The narrative pronouncing the victory of Grounded Kiwis tells only part of the story in the complex MIQ case, according to a Constitutional law expert.
Auckland University law professor Dr Jane Norton tells the Front Page podcast that the lengthy judgment released this week in fact provides a strong indication that the MIQ system was justified.
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"I think this is a win for the Government in many ways," she says.
"Obviously Grounded Kiwis is lauding this as a success for their side and the judge does say they have succeeded. However, if you look at the entirety of the 140-page judgment, the Government has won on all the major points. And in fact, the court rejected most of Grounded Kiwis' submissions."
Norton explains the court decision sets Governments up for the future use of MIQ, provided that they design the system in line with the suggestions made by the judge.
One of the core changes that would have to be made is greater consideration of the individual circumstances of citizens who need to return home. This takes particular aim at the lottery system, which saw Kiwis vying for spots in a virtual MIQ lobby.
"The MIQ spots are limited. It's a finite pool of resources. The judge's concern was that it didn't sufficiently take into account individual circumstances," says Norton.
"The judge's solution to that, at paragraph 425 [in the judgment], was to take some of those spots from the virtual lobby and put them into an offline system. That offline system would be able to take into account individual circumstances."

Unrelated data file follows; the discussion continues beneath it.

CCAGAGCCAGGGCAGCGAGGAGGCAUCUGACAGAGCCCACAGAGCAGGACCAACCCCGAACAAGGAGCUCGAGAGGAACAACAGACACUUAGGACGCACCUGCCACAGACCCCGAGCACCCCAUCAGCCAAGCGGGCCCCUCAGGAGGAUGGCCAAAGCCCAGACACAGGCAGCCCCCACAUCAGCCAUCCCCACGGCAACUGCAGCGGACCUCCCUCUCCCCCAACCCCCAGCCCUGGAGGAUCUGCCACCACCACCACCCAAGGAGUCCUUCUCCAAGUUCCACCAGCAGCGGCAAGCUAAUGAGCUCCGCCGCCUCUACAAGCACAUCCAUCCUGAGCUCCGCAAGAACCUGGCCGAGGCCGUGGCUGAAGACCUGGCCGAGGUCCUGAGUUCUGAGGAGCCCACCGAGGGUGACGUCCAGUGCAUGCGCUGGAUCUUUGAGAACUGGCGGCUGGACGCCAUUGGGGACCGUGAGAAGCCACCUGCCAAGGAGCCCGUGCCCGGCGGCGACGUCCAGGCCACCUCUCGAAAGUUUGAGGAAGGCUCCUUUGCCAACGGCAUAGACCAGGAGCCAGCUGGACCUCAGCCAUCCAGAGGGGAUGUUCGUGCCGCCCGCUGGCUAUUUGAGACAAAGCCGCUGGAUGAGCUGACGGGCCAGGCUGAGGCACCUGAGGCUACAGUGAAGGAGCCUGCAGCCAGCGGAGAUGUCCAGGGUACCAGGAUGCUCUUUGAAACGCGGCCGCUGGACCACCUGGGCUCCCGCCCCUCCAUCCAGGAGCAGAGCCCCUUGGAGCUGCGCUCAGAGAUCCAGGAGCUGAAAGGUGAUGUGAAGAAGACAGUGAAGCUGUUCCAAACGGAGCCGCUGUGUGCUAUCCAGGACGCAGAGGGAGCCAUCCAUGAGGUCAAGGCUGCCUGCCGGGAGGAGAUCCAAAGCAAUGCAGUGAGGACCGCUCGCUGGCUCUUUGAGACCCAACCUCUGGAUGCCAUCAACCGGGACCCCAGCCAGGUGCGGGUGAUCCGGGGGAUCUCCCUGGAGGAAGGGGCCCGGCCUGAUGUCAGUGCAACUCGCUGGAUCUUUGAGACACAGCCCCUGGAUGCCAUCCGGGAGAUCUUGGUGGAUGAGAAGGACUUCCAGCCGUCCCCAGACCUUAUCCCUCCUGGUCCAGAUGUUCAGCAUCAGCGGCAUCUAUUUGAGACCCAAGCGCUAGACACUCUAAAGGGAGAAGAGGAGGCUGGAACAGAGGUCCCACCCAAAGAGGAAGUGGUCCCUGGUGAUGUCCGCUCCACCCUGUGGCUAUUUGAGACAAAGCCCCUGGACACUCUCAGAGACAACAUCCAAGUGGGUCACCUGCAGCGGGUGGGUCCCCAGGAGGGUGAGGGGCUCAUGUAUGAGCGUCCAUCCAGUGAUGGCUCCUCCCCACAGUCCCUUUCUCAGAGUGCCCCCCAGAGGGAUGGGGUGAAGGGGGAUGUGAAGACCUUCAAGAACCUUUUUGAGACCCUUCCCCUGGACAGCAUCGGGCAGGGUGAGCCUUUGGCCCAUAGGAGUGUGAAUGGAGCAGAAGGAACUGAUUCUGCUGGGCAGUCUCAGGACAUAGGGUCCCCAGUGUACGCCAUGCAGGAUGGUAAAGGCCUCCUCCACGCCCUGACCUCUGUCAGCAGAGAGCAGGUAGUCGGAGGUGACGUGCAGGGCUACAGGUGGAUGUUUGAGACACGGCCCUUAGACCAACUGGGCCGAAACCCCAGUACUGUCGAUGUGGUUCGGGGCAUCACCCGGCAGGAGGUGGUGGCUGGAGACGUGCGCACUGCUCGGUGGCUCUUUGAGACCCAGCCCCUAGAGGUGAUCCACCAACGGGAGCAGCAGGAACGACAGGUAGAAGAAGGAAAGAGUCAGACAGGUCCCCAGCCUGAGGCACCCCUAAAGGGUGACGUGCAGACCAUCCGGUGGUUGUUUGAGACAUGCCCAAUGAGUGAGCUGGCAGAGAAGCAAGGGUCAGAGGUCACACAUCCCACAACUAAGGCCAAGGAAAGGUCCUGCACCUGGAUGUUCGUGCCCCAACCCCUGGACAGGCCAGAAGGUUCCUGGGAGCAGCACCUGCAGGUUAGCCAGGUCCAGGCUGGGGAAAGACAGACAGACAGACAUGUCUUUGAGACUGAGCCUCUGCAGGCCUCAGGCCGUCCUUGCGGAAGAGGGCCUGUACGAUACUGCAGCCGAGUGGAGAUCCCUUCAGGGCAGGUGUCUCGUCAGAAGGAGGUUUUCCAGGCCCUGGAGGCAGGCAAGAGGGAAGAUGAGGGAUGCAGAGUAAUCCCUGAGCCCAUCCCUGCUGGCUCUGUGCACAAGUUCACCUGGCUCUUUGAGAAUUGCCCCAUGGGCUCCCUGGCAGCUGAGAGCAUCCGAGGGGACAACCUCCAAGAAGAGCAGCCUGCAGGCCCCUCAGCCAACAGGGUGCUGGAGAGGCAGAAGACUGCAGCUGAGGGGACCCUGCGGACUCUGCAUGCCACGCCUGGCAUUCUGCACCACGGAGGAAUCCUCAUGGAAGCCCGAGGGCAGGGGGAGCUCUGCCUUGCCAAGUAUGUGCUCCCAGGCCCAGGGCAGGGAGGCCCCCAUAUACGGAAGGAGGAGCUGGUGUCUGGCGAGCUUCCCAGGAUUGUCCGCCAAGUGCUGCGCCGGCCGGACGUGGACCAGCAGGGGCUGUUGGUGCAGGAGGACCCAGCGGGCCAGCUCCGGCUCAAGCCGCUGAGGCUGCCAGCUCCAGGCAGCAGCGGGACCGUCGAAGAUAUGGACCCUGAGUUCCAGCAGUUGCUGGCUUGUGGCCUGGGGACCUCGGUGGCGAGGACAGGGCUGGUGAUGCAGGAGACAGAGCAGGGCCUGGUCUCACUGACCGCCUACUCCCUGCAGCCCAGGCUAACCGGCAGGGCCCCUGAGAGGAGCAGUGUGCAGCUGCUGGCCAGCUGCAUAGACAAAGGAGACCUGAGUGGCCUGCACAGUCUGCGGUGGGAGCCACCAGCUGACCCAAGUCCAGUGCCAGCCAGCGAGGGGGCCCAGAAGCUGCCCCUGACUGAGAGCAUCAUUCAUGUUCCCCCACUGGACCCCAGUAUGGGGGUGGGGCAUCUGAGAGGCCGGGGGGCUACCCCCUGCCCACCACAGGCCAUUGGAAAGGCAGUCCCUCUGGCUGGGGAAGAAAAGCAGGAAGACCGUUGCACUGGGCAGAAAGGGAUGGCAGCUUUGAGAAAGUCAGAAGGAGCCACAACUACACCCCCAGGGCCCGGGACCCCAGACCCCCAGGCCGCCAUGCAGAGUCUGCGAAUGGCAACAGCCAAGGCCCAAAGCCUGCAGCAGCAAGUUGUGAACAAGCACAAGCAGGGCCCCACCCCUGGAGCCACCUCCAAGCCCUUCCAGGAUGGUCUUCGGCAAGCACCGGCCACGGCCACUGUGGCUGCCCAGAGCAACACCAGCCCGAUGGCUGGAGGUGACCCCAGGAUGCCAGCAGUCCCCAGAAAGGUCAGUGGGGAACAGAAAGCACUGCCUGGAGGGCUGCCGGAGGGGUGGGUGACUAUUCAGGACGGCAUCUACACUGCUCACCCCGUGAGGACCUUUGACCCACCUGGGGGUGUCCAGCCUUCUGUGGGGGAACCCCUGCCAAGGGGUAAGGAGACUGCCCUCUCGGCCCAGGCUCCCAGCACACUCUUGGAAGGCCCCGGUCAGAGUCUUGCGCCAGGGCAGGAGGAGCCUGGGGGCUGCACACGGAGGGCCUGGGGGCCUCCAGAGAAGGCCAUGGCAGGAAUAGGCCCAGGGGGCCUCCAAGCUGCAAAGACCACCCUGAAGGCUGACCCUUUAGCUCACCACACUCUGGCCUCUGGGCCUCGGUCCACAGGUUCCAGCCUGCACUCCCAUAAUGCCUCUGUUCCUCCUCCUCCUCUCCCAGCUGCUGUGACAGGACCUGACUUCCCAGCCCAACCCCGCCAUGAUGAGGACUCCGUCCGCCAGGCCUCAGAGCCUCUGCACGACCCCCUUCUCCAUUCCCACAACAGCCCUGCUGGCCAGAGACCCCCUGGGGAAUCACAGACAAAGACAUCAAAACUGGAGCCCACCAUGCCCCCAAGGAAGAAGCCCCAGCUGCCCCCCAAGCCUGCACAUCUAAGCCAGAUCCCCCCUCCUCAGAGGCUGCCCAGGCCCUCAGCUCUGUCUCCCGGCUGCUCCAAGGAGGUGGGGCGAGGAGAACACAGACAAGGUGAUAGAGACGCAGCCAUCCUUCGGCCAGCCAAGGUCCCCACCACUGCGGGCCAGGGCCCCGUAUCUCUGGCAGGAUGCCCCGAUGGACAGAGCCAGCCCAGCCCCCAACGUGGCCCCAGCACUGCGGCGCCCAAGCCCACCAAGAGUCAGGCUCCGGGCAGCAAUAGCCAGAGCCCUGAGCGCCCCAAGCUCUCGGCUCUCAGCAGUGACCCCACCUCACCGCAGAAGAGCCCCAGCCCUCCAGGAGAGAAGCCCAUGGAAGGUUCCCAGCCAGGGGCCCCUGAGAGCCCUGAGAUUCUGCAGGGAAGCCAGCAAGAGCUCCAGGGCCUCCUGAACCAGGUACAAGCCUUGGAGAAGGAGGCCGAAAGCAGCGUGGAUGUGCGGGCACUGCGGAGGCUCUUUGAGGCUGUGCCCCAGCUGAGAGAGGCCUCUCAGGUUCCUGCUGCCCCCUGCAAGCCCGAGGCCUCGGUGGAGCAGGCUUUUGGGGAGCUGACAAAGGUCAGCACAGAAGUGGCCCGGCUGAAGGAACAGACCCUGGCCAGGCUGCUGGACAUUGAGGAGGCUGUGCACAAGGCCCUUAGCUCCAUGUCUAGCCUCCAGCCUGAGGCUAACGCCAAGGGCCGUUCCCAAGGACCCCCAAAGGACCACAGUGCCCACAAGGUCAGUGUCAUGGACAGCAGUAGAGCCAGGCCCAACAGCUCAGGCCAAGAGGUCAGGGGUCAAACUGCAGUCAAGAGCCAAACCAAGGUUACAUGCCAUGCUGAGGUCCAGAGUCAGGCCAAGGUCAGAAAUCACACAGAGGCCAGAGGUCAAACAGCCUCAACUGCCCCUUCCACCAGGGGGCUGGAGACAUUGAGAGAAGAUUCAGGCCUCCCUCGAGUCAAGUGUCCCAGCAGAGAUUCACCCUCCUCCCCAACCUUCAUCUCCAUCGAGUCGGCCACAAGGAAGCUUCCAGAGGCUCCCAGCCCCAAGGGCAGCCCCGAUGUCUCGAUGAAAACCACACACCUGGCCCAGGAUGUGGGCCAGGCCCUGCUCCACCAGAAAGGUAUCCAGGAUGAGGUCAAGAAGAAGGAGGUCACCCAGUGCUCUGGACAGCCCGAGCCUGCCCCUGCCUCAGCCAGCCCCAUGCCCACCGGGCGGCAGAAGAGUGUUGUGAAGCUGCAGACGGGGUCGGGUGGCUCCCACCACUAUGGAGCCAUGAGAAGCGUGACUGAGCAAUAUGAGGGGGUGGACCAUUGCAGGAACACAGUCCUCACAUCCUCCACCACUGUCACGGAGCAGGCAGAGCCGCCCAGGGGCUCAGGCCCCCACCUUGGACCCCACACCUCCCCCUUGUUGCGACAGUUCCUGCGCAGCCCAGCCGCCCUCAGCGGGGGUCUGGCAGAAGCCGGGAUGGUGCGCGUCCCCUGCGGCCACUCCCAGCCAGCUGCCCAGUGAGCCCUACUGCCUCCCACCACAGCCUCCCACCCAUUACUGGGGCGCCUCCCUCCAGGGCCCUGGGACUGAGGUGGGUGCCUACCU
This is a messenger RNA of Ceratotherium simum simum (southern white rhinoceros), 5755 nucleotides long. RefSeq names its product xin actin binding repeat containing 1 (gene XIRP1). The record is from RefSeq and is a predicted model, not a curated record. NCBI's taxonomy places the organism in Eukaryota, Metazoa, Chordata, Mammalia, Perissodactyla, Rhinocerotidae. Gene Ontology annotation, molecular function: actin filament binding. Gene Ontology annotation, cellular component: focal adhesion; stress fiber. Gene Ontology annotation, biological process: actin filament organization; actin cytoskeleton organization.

The fact that there was no alternative that took those individual circumstances into account contributed to the judge's decision in favour of Grounded Kiwis.
What we can take from this, however, is that an MIQ system would be justified if it were adjusted to accommodate these individual cases.
"The problem is that an alternative hasn't been tried and tested, so we don't know if moving more people into the offline system would have worked better," says Norton.
"It might have just created a whole new set of grievances. Also, having a bureaucracy set up to assess each individual case could be quite burdensome on the Government and on the person who's applying because they might have to provide evidence.
"This might end up pitting New Zealanders against each other. For example, you might have one person saying: 'My mother is 75 years old, so I should be allowed to come back earlier to look after her. Yours is only 55.' Another person might say: 'I've been away for one year, while you've only been away for six months.' So a whole lot of other problems could arise."
If a Government were to use an MIQ-style system in a future pandemic, then these issues would have to be addressed to ensure those individual cases are given enough consideration.
Despite the ruling in favour of Grounded Kiwis, the judgment does not provide any financial compensation for losses incurred.
The lawyers for Grounded Kiwis have only sought a declaration from the court that there had been an unlawful infringement of the rights in this case.
"It's really just a declaration of what the rights are and that they have been breached," Norton explains.
If any individuals wanted compensation off the back of this decision, they would have to bring separate lawsuits to the court.
"If the declaratory relief is along the lines that these rights have been unjustifiably infringed, then potentially an individual, who did have their rights infringed, could go to court to seek what's known as Baigent's damages. This involves compensation for Bill of Rights breaches. But it is very unusual for those to be awarded."
The Front Page is a daily news podcast from the New Zealand Herald, available to listen to every weekday from 5am.